Project Bento User Group update 3 with audio

Project Bento extends the avatar skeleton, adding a significant set of bones (e.g. 30 for the face, 30 for the hands (both of which can be seen inaction in the image above of an avatar by Matrice Laville), plus bones for wings, tails, additional limbs and ears / antennae

Project Bento extends the avatar skeleton, adding a significant set of bones (e.g. 30 for the face, 30 for the hands (both of which can be seen inaction in the image above of an avatar by Matrice Laville), plus bones for wings, tails, additional limbs and ears / antennae

The following notes and audio were taken from the weekly Bento User Group meeting, held on Aditi every Thursday at 13:00 SLT.

For details on each meeting and the location, please refer to the Bento User Group wiki page.

Bone Survey

The  Bento Bone Survey, intended to gauge the level of interest in various bone proposals for the Bento skeleton is now available. The Lab is requesting animators and content creators with a vested interest in Project Bento to rank the bone proposals to help with prioritising which additional bones people would like to see added to the Second Life avatar skeleton as a part of the Bento work.

If you are an animator / content creator with such an interest, and you haven’t already completed the survey, please ensure you do so as soon as possible, as it is likely to be closed on or shortly after Monday, February 1st.

The Lab notes they do not currently know how many additional bones we can reasonably add, or whether some of the associated bugs can be fixed.

Drax Files Filming

The final session of Bento filming for The Drax Files World Makers will take place on Monday,  February 1st at 11:00 SLT at the Bento Island region on Aditi. All those with an avatar developed using the Bento avatar skeleton extensions are invited to attend.

Deformed Avatars

Distortions with Altitude

Cathy Foil has been examining issues with deformations at altitude occurring in avatars using the Bento  skeleton. She first noticed the issue whilst Bento was in closed session and reported details to the Lab. However, efforts at pinning down he precise cause have been hampered up until recently by not being able to gather sufficient data from the skeleton and a lack of detailed comparisons between the effects as seen on various viewers utilising the Bento code.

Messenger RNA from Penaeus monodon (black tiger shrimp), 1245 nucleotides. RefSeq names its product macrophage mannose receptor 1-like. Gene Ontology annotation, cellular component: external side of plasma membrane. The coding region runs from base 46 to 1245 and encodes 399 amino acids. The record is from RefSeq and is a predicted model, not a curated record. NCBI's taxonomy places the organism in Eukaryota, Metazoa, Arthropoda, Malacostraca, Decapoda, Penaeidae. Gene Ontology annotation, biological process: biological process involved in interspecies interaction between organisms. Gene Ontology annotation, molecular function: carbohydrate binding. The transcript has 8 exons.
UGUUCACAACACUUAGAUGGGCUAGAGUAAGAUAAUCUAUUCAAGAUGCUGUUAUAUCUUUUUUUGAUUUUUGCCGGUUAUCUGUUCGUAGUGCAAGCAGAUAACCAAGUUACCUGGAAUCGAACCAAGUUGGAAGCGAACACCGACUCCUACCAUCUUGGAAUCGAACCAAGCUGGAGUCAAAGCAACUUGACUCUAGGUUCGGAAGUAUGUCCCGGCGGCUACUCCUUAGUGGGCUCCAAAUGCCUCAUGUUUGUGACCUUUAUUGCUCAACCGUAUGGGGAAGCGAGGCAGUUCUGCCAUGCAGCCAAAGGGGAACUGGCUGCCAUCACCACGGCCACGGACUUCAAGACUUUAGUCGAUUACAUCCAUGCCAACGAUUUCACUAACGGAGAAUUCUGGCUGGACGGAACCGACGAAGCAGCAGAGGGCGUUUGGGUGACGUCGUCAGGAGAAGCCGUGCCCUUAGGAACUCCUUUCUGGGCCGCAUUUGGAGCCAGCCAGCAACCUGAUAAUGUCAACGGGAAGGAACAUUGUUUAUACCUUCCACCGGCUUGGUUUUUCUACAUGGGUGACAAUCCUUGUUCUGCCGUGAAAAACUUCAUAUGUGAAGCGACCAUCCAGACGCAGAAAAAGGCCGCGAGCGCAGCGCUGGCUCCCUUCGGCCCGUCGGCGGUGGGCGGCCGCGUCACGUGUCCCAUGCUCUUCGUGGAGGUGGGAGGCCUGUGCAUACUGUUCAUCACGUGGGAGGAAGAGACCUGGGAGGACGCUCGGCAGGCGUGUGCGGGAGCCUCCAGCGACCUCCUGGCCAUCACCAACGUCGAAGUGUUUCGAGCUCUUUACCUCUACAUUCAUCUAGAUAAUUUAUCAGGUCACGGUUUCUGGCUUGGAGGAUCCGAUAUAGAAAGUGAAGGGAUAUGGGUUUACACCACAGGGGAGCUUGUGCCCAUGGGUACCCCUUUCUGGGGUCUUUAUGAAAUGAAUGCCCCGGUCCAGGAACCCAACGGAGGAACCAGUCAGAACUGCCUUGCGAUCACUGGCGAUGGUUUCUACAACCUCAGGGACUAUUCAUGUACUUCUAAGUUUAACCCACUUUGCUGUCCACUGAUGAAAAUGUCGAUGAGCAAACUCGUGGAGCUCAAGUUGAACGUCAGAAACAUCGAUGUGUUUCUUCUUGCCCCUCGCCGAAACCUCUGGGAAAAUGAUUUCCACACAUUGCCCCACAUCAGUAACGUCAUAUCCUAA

Cathy has been addressing this using the most recent release of the Bento project viewer, and carrying out further detailed tests at various altitudes to document the severity of the issues more fully (they tend become noticeable at altitudes over 1000 metres). She has now passed her latest findings over to the Lab for their investigations.

Distortions and deformations in avatars using the Bento skeleton were noticed in the closed session Bento development cycle. Since then, Cathy Foil has been digging more deeply into the problems

Distortions and deformations in avatars using the Bento skeleton when at altitude (the greater the altitude, the more noticeable the issues, as seen left-to-right, above) were noticed in the closed session Bento development cycle. Since then, Cathy Foil has been digging more deeply into the problems

“Squished” Avatars”

Cathy has also been investigating the issue of avatars deforming as a result of using a mesh uploaded with different joint positions. This tend to result in avatars looking “squished” or otherwise deformed.

As she uses Maya, part of her investigations point towards possible issues with versions of the plug-ins used by Maya to convert .FBX format mesh files to .Collada .DAE (the format used by SL). Whether or not the plug-ins are the cause isn’t definitive as a cause, but may be a contributing factor. As Vir noted in the meeting, if this is the case, then it is unlikely the Lab can do much about it, but those using Maya affected by the issue may need to check the version of the Collada plug-in they are using, and make sure they have the most recent to see if this clears the problem.

If it is more of an issue with the mesh uploader, however (because the Lab have missed something, for example), then obviously, there is more of a chance of the Lab taking remedial action.

Cathy Foil discusses her investigations into avatar deformations at altitude

Joint Reset Issues

A long-term problem with Bento has been it is easy for joints to get into the wrong state and / or position when animating an avatar using the Bento skeleton extensions. It’s often not clear why this happens when it occurs, which can be somewhat random. Vir has started collecting data on the issue. Nothing definitive has been identified in terms of a cause or causes, but Vir will be continuing to work on the issue.

“First Frame” Animation / Default Avatar Pose Issues